The Good: There was precious little in the way of good news today, but despite the drop in wheat prices, the U.S. reported strong shipments of wheat in the week ending on May 28th. A total of 499,353 tonnes were exported in the last week of May which marks the end of the crop year. There will be some shipments in the last three days of the month, but the total exports for the crop year to date hit 24.9 million tonnes with the shipments this week. Although the official accounting will take another week or so, the numbers are the highest since the 2017-18 crop year.
Markets are now clearly focussed on the 2020-21 crop year with harvest underway in the Southern Plains. USDA reported that 32 per cent of the Texas crop was in the bin with no harvest reported in Oklahoma. These numbers are likely a bit conservative as there are reports of cutting in southwestern Oklahoma. Harvest progress was good last week as hot, dry conditions helped dry down fields across the region. The harvest is expected to move into central Oklahoma by next week.
The Bad: There were a number of contenders for the bad news of the day, but the one that impacts all farmers is the strength of the Canadian dollar. The loonie moved over one cent higher today to close at 73.65 U.S. cents. This moves the loonie closer to the gap that occurred on March 9th, when the loonie dropped from 74.46 U.S. cents to 73.36 U.S. cents.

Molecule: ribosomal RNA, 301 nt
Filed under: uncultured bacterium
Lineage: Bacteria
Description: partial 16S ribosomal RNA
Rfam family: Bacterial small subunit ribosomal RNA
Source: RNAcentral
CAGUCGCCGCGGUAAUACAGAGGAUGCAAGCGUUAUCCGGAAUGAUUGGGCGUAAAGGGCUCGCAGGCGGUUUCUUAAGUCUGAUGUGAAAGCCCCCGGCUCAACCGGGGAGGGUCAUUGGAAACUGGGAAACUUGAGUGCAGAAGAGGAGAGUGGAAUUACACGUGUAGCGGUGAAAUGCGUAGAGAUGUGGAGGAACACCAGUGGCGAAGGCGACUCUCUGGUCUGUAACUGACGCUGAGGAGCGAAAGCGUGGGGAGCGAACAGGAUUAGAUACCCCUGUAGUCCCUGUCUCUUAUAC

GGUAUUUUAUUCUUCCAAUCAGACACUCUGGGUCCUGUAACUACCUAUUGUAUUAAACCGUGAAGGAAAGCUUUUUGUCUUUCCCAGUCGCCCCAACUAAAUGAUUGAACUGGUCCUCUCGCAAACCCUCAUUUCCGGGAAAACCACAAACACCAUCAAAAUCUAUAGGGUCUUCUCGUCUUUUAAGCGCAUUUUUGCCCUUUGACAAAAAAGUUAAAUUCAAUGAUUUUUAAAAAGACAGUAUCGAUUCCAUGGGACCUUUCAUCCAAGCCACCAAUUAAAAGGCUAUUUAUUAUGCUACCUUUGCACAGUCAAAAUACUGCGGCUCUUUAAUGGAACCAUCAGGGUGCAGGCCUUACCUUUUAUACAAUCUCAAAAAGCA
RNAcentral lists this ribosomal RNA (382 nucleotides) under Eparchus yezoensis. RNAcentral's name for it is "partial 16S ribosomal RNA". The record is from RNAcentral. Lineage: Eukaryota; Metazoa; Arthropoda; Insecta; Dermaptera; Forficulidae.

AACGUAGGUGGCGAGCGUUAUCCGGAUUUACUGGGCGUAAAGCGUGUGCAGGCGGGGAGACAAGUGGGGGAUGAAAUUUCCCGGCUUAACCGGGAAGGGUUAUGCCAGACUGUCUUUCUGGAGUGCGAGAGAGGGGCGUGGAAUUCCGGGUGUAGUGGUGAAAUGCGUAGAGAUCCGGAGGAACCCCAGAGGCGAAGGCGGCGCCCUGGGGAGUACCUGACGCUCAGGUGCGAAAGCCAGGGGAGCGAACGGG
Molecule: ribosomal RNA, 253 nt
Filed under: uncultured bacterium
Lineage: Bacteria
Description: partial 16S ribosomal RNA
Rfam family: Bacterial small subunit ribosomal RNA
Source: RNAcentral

The fundamentals for the loonie are very weak with the lower oil prices and slow unthawing of restrictions due to COVID-19. Eventually the fundamentals will prevail, but the technical momentum is undeniable. Combine this with the current situation in the U.S., where riots are hampering the recovery of economic activity and the loonie doesn’t look that bad from a risk perspective. Unfortunately the stronger loonie pressures farm gate prices for Canadian grains and oilseeds.
The Ugly: The China – U.S. trade agreement was called into question today as the Chinese government has ordered COFCO and SinoGrain to stop purchases of U.S. grain and oilseeds. The Chinese government is still on the record that they will meet the phase one portion of the agreement, but it will be impossible if COFCO and SinoGrain do not quickly resume exports. This move certainly will pressure soybean prices in the U.S. and with 75 per cent of the crop already in the ground, the die is close to being cast.